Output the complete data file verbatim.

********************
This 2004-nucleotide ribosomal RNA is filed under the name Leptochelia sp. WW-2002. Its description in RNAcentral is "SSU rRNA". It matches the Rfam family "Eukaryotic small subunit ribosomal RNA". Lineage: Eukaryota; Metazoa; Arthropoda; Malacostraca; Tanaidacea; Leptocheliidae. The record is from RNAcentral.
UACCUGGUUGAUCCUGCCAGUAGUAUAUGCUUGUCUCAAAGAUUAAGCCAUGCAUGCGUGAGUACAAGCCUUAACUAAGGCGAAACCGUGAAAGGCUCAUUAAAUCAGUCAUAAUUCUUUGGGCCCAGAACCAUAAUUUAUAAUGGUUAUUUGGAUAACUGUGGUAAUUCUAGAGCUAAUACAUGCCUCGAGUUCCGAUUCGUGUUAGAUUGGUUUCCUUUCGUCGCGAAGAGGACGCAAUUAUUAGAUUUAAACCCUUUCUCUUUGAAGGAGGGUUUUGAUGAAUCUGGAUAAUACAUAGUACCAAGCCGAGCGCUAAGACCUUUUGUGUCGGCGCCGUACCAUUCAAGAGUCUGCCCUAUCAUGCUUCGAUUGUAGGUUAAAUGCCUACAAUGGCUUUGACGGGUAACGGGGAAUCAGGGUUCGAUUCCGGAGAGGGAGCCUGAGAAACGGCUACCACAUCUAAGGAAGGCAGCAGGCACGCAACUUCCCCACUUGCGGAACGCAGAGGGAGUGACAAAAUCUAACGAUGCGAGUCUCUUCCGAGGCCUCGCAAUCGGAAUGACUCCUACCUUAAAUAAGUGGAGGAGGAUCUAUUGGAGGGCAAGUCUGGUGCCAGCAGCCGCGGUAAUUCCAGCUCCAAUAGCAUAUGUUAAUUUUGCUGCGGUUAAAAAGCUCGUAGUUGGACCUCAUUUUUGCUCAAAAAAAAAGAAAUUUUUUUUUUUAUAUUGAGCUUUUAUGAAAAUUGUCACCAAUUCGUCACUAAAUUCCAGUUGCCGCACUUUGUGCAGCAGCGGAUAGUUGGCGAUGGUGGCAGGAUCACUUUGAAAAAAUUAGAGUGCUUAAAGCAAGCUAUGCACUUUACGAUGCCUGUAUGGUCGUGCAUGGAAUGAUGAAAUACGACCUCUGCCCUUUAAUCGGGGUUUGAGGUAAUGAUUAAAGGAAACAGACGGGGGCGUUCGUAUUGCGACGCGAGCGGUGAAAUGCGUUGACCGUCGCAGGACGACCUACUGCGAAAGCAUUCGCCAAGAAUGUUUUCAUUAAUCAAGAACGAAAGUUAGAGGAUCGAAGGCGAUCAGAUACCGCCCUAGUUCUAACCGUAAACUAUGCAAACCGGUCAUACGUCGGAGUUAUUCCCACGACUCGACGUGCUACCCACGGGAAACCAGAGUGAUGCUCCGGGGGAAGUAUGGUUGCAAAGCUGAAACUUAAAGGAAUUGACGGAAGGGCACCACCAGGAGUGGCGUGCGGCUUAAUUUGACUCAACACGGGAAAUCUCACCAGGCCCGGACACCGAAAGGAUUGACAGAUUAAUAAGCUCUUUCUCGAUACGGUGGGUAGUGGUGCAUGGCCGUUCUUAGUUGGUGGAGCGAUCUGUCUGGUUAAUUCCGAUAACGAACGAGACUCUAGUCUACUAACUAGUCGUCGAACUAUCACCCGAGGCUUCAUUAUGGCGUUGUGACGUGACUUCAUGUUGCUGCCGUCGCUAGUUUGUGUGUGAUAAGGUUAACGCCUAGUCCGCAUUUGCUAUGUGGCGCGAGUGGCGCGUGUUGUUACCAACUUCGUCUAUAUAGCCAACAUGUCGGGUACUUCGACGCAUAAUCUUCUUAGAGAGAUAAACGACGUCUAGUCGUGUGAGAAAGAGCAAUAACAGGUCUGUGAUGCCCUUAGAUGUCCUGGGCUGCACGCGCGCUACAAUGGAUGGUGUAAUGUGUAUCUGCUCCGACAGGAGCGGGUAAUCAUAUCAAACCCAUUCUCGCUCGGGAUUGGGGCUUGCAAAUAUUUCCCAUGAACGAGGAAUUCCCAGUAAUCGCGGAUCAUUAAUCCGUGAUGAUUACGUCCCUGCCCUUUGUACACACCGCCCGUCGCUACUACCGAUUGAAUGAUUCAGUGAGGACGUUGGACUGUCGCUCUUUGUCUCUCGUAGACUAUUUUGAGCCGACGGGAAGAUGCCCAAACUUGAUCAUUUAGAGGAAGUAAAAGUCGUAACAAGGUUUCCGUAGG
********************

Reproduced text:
This 2004-nucleotide ribosomal RNA is filed under the name Leptochelia sp. WW-2002. Its description in RNAcentral is "SSU rRNA". It matches the Rfam family "Eukaryotic small subunit ribosomal RNA". Lineage: Eukaryota; Metazoa; Arthropoda; Malacostraca; Tanaidacea; Leptocheliidae. The record is from RNAcentral.
UACCUGGUUGAUCCUGCCAGUAGUAUAUGCUUGUCUCAAAGAUUAAGCCAUGCAUGCGUGAGUACAAGCCUUAACUAAGGCGAAACCGUGAAAGGCUCAUUAAAUCAGUCAUAAUUCUUUGGGCCCAGAACCAUAAUUUAUAAUGGUUAUUUGGAUAACUGUGGUAAUUCUAGAGCUAAUACAUGCCUCGAGUUCCGAUUCGUGUUAGAUUGGUUUCCUUUCGUCGCGAAGAGGACGCAAUUAUUAGAUUUAAACCCUUUCUCUUUGAAGGAGGGUUUUGAUGAAUCUGGAUAAUACAUAGUACCAAGCCGAGCGCUAAGACCUUUUGUGUCGGCGCCGUACCAUUCAAGAGUCUGCCCUAUCAUGCUUCGAUUGUAGGUUAAAUGCCUACAAUGGCUUUGACGGGUAACGGGGAAUCAGGGUUCGAUUCCGGAGAGGGAGCCUGAGAAACGGCUACCACAUCUAAGGAAGGCAGCAGGCACGCAACUUCCCCACUUGCGGAACGCAGAGGGAGUGACAAAAUCUAACGAUGCGAGUCUCUUCCGAGGCCUCGCAAUCGGAAUGACUCCUACCUUAAAUAAGUGGAGGAGGAUCUAUUGGAGGGCAAGUCUGGUGCCAGCAGCCGCGGUAAUUCCAGCUCCAAUAGCAUAUGUUAAUUUUGCUGCGGUUAAAAAGCUCGUAGUUGGACCUCAUUUUUGCUCAAAAAAAAAGAAAUUUUUUUUUUUAUAUUGAGCUUUUAUGAAAAUUGUCACCAAUUCGUCACUAAAUUCCAGUUGCCGCACUUUGUGCAGCAGCGGAUAGUUGGCGAUGGUGGCAGGAUCACUUUGAAAAAAUUAGAGUGCUUAAAGCAAGCUAUGCACUUUACGAUGCCUGUAUGGUCGUGCAUGGAAUGAUGAAAUACGACCUCUGCCCUUUAAUCGGGGUUUGAGGUAAUGAUUAAAGGAAACAGACGGGGGCGUUCGUAUUGCGACGCGAGCGGUGAAAUGCGUUGACCGUCGCAGGACGACCUACUGCGAAAGCAUUCGCCAAGAAUGUUUUCAUUAAUCAAGAACGAAAGUUAGAGGAUCGAAGGCGAUCAGAUACCGCCCUAGUUCUAACCGUAAACUAUGCAAACCGGUCAUACGUCGGAGUUAUUCCCACGACUCGACGUGCUACCCACGGGAAACCAGAGUGAUGCUCCGGGGGAAGUAUGGUUGCAAAGCUGAAACUUAAAGGAAUUGACGGAAGGGCACCACCAGGAGUGGCGUGCGGCUUAAUUUGACUCAACACGGGAAAUCUCACCAGGCCCGGACACCGAAAGGAUUGACAGAUUAAUAAGCUCUUUCUCGAUACGGUGGGUAGUGGUGCAUGGCCGUUCUUAGUUGGUGGAGCGAUCUGUCUGGUUAAUUCCGAUAACGAACGAGACUCUAGUCUACUAACUAGUCGUCGAACUAUCACCCGAGGCUUCAUUAUGGCGUUGUGACGUGACUUCAUGUUGCUGCCGUCGCUAGUUUGUGUGUGAUAAGGUUAACGCCUAGUCCGCAUUUGCUAUGUGGCGCGAGUGGCGCGUGUUGUUACCAACUUCGUCUAUAUAGCCAACAUGUCGGGUACUUCGACGCAUAAUCUUCUUAGAGAGAUAAACGACGUCUAGUCGUGUGAGAAAGAGCAAUAACAGGUCUGUGAUGCCCUUAGAUGUCCUGGGCUGCACGCGCGCUACAAUGGAUGGUGUAAUGUGUAUCUGCUCCGACAGGAGCGGGUAAUCAUAUCAAACCCAUUCUCGCUCGGGAUUGGGGCUUGCAAAUAUUUCCCAUGAACGAGGAAUUCCCAGUAAUCGCGGAUCAUUAAUCCGUGAUGAUUACGUCCCUGCCCUUUGUACACACCGCCCGUCGCUACUACCGAUUGAAUGAUUCAGUGAGGACGUUGGACUGUCGCUCUUUGUCUCUCGUAGACUAUUUUGAGCCGACGGGAAGAUGCCCAAACUUGAUCAUUUAGAGGAAGUAAAAGUCGUAACAAGGUUUCCGUAGG